Class K planets are barren worlds with no native life. However, through terraforming, they can be made into Class M worlds. In the original Star Trek series episode "I, Mudd", the planet Mudd was designated in dialogue as Class K.

Class L
Class L planets are barely habitable worlds with primitive ecosystems. In "The Chase", the planet Indri VIII is indicated in dialogue as Class L. In "The 37s", the planet on which Amelia Earhart and others are stranded is a Class L planet with an oxygen–argon atmosphere. In "Muse", the planet on which B'Elanna Torres' shuttle crash lands is described as a Class L planet, which also supports Bronze Age humanoid life. In "Timeless", the USS Voyager' crashes into a Class L planet with an arctic climate. In "The Ascent", Quark and Odo crash-land on a desolate Class L planet.

Class M
from the Vulcan term "Minshara," is a fictional classification for planets and planetoids in the Star Trek science fiction media franchise.

Their atmospheres are composed of nitrogen and oxygen and have an abundance of liquid water necessary for carbon-based life to exist. Extensive plant and animal life often flourishes; often, a sentient race is also present. Earth is a textbook example of a Class M world; other Class M planets that appear throughout the franchise include Vulcan, Cardassia Prime, Bajor, Betazed, Romulus, Ferenginar, and Qo'noS.

In fiction, Class M planets are similar to those suggested to be found in the real-world astronomical theory of life supporting planets found within the habitable zone (HZ), sometimes also referred to as the 'Goldilocks' zone. The Earth Similarity Index, a scale used in planetary science, includes within its classification of habitable planets (hClass) a "Class M", where the "M" stands for mesoplanet (not to be confused with Asimov's mesoplanet proposal), i. e., a planet with moderate (as necessary for liquid water) temperatures, more technically speaking: the thermal surface requirements necessary to support complex (multicellular) Earth-like life.

Class N
Class N planets have a reducing environment and are barren and rocky with extremely high surface temperatures caused by thick atmospheres containing carbon dioxide and corrosive sulfides. In "Night Terrors", Class N environments were mentioned as the ideal places to use oxidizer-free explosives. The Tholian are said to have come from an N Class planet in the Star Trek: The Lost Era book The Sundred. The game Star Trek: The Next Generation - A Final Unity mentions that Class N planets are more related to Class M with the key difference being a higher ratio of water to land.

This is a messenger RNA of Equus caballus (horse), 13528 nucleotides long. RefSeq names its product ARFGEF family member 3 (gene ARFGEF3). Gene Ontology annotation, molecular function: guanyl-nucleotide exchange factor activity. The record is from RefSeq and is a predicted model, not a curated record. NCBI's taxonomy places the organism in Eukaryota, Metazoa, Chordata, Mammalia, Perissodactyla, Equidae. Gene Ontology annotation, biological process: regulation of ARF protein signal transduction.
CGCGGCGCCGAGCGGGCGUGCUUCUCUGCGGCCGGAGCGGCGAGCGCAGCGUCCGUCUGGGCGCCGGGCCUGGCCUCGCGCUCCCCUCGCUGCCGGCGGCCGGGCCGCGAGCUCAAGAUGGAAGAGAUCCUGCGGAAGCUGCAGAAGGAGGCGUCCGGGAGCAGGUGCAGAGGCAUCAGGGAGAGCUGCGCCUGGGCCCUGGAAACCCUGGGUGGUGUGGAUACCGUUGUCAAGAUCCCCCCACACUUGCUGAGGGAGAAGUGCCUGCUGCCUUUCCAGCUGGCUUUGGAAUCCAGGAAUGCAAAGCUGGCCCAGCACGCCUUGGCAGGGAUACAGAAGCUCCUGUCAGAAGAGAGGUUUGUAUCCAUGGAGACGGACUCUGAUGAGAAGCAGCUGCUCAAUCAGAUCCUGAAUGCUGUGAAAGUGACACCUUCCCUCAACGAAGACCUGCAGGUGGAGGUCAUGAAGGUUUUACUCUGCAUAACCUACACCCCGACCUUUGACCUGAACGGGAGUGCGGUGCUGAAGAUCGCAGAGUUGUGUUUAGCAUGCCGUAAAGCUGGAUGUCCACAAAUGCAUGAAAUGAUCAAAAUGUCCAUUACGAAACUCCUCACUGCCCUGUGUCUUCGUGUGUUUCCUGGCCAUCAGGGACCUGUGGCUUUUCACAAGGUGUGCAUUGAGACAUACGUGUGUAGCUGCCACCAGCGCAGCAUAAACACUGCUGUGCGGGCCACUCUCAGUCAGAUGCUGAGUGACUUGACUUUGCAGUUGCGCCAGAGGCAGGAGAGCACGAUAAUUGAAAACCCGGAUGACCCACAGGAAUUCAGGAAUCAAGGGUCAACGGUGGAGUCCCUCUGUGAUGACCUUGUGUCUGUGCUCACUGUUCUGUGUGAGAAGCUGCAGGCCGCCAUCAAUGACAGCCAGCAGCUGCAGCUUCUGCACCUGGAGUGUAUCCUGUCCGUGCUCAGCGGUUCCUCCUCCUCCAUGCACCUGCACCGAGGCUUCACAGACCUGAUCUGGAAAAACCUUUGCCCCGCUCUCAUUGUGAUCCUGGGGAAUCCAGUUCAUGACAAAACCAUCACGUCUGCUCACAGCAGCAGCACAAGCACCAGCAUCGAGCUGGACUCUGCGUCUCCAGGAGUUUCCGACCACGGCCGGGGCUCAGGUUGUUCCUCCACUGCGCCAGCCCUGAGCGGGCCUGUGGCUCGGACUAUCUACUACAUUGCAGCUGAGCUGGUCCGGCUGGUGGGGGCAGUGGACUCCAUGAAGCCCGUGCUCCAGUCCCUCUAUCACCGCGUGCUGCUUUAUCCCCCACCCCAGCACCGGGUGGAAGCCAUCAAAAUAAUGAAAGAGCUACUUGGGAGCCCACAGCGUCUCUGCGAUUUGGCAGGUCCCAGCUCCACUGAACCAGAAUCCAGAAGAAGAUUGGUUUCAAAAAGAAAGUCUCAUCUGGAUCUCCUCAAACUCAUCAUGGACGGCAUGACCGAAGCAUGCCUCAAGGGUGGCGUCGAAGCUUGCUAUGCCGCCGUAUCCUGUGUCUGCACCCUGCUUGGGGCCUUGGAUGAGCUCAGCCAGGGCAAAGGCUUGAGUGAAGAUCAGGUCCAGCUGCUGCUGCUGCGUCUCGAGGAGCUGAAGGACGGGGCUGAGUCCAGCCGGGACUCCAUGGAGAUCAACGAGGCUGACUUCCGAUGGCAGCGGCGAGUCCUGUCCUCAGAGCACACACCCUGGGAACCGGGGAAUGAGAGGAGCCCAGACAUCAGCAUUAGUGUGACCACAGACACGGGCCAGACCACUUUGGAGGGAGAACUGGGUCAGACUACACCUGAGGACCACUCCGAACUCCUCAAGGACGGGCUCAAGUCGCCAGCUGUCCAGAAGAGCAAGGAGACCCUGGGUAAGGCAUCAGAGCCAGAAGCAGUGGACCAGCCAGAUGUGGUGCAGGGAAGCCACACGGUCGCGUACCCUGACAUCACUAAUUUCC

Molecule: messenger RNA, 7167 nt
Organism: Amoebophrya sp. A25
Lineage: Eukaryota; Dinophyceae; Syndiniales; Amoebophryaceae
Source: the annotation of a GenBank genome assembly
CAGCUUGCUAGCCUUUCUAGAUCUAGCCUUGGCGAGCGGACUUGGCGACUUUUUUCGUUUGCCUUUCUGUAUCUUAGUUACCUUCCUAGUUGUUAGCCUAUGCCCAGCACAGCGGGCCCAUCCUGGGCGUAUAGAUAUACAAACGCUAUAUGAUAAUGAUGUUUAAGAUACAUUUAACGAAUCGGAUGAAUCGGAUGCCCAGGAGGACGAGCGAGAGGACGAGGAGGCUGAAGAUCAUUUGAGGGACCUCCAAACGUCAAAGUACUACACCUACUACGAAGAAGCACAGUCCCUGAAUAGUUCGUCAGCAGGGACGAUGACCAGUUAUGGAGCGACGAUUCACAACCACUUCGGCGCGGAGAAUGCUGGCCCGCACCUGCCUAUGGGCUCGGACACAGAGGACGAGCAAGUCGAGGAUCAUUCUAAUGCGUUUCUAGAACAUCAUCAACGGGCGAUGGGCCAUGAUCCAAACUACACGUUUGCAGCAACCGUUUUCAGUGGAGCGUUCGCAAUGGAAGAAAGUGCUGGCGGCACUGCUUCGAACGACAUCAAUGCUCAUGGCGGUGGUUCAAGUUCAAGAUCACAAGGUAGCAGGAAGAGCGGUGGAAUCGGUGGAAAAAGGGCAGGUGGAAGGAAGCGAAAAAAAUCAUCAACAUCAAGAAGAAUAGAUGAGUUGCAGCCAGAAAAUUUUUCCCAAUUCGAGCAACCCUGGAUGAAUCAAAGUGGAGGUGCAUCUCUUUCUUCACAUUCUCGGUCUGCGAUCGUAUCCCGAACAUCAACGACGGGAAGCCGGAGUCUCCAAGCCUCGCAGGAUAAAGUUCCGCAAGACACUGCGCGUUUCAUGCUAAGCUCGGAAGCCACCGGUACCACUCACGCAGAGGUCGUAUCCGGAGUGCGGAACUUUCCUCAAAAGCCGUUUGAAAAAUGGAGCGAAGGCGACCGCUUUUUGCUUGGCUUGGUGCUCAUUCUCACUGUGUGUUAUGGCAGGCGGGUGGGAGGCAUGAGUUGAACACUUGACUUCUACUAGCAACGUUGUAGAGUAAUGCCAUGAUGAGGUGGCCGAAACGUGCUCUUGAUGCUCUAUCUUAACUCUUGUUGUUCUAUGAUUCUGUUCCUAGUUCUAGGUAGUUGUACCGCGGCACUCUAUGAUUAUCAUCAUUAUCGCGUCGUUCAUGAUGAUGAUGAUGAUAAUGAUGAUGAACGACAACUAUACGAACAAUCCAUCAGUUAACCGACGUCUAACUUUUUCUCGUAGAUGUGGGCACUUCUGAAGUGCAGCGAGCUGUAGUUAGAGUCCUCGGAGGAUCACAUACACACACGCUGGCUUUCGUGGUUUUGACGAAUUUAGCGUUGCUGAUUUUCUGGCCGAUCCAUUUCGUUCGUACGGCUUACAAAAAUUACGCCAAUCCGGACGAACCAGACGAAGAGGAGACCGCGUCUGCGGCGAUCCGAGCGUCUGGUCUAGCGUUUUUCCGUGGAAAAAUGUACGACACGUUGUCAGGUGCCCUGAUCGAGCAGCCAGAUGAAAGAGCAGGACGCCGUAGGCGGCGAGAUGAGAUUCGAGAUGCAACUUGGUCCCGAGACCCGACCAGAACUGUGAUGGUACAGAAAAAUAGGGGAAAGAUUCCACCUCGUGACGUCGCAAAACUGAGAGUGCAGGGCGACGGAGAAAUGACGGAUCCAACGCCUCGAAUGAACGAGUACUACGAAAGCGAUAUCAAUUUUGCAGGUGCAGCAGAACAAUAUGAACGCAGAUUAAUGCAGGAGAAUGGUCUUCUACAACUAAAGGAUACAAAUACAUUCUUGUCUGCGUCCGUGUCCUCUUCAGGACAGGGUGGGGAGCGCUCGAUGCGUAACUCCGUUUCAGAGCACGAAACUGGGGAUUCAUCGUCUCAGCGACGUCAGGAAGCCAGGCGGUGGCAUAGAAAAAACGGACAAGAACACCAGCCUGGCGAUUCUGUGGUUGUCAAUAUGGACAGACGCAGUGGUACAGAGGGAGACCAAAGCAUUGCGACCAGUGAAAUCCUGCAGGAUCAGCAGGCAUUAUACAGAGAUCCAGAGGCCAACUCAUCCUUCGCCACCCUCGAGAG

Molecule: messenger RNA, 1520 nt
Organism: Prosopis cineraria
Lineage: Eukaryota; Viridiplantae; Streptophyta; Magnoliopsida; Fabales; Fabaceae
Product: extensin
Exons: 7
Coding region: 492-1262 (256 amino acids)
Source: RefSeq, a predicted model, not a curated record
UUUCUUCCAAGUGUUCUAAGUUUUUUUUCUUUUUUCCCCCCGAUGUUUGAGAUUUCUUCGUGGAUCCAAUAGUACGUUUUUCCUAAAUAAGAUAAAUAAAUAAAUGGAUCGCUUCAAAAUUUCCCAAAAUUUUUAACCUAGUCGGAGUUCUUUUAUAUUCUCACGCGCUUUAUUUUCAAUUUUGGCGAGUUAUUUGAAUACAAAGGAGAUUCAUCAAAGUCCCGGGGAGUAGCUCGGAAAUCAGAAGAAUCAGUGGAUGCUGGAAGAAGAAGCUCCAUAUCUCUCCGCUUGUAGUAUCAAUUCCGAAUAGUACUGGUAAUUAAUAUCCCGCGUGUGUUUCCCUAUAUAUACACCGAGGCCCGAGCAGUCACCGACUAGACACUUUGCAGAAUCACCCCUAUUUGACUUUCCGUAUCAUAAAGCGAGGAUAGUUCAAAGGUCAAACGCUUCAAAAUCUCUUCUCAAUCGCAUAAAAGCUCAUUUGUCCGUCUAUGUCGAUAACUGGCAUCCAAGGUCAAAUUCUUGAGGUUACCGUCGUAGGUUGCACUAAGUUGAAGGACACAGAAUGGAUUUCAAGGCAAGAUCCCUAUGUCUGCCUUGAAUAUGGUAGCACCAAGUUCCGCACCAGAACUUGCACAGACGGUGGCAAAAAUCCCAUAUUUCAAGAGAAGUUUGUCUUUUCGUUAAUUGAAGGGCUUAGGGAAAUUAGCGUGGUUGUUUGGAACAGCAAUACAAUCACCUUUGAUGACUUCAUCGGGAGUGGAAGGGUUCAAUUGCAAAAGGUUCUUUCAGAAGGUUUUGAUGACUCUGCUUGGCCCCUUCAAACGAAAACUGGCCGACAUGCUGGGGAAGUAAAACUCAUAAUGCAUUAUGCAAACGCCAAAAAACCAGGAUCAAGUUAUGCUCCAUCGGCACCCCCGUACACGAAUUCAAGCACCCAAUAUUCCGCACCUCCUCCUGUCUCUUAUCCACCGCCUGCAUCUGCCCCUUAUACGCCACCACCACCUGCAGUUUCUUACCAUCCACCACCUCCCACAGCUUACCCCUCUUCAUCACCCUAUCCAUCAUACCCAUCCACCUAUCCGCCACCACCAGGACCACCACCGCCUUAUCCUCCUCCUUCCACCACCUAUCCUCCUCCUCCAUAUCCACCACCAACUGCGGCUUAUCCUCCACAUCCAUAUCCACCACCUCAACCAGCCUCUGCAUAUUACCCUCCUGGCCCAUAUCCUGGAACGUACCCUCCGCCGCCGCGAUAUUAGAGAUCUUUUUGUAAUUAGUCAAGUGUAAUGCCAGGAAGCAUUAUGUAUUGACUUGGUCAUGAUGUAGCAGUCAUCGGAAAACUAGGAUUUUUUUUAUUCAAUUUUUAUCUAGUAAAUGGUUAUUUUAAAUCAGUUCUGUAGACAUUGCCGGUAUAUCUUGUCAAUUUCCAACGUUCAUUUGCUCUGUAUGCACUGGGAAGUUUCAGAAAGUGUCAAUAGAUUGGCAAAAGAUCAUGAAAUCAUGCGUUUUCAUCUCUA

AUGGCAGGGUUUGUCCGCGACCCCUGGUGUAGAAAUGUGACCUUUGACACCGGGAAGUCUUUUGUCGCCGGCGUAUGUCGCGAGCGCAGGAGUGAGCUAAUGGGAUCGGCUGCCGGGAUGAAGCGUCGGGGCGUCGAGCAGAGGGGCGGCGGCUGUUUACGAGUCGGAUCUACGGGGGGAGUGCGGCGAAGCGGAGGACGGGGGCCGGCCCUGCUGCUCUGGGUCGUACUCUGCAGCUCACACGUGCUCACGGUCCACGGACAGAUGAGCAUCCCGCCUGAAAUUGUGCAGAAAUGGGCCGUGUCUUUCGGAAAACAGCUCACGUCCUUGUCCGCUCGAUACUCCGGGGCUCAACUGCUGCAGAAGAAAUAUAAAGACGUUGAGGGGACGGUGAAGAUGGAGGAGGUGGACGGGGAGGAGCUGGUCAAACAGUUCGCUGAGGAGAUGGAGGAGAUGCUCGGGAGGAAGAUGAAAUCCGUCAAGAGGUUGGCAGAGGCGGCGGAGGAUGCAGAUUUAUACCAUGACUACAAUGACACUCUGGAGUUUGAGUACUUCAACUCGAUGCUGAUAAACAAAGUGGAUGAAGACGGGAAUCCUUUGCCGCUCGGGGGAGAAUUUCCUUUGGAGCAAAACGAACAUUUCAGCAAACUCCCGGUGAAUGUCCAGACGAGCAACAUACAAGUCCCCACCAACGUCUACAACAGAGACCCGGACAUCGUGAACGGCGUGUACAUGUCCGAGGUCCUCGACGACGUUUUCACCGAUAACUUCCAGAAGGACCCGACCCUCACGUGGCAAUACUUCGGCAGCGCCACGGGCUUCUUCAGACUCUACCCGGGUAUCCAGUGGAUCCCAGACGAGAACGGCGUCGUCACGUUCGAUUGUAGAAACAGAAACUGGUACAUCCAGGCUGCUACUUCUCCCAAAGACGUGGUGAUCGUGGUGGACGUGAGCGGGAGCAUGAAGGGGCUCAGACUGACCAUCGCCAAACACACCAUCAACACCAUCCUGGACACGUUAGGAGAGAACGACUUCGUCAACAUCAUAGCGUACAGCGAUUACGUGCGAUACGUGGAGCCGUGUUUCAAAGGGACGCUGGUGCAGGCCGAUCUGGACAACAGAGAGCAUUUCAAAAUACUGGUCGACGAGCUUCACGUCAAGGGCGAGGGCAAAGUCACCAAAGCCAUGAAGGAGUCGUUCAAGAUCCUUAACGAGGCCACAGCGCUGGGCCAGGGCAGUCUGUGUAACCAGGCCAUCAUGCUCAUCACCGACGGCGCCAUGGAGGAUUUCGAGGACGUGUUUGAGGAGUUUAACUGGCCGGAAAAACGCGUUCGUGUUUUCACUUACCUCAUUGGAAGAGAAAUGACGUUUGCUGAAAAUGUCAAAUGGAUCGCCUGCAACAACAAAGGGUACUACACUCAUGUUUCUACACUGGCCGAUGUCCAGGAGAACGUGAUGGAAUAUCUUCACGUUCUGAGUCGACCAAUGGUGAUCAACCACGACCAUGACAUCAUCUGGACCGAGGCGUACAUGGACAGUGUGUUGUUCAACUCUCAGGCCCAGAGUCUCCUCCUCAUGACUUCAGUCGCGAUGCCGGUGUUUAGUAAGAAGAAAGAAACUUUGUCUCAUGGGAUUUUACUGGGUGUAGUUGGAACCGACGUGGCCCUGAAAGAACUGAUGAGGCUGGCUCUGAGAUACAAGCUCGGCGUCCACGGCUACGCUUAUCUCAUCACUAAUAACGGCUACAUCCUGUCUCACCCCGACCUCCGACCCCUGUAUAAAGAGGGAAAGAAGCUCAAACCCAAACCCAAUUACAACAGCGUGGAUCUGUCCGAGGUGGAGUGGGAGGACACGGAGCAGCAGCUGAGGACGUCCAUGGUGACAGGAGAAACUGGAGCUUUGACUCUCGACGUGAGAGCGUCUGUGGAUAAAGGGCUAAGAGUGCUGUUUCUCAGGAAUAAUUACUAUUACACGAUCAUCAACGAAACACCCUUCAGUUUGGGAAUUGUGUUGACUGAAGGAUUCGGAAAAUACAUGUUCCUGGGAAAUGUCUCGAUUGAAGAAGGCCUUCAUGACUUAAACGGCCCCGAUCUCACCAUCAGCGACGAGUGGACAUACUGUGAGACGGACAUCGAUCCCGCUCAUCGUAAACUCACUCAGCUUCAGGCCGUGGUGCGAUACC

Class O and P
Planets covered almost completely with water (class O), or water–ice (Class P).

Class Q
Planets with continually changing environments caused by peculiar orbits, an orbit around a variable output star, or some other factor which causes conditions to drastically change over time.

Class R
A rogue planetary body, which is one that does not orbit a star but drifts freely in space. However, not all rogue planets are classified as Class R; for instance, in Star Trek: Deep Space 9 episode "The Search", the Founders homeworld in the Omarion Nebula is referred to as a "rogue" Class M planet. But this is probably a rare situation as most planets that don't belong to a star system would not be able to support life.

Class S
Class of gas giant smaller than Class T and the next larger size up from Class I.

Class T
The largest class of gas giant. Smaller gas giants are, in order of decreasing size, Class S, I, and finally J.

Class Y
Class Y planets are referred to as "Demon" worlds, where surface conditions do not fall into any other recognized category. Such worlds are usually hostile and lethal to humanoid life. If life develops on these worlds they usually take on many bizarre forms, like living crystal or rock, liquid or gaseous physical states, or incorporeal, dimensional, or energy-based states. In the series, examples of Class Y "Demon" planets include Tholia, the "Silver Blood" planet discovered by the USS Voyager in the Delta Quadrant in the episode "Demon" and later mentioned in "Course: Oblivion", and the home world of the incorporeal Medusans.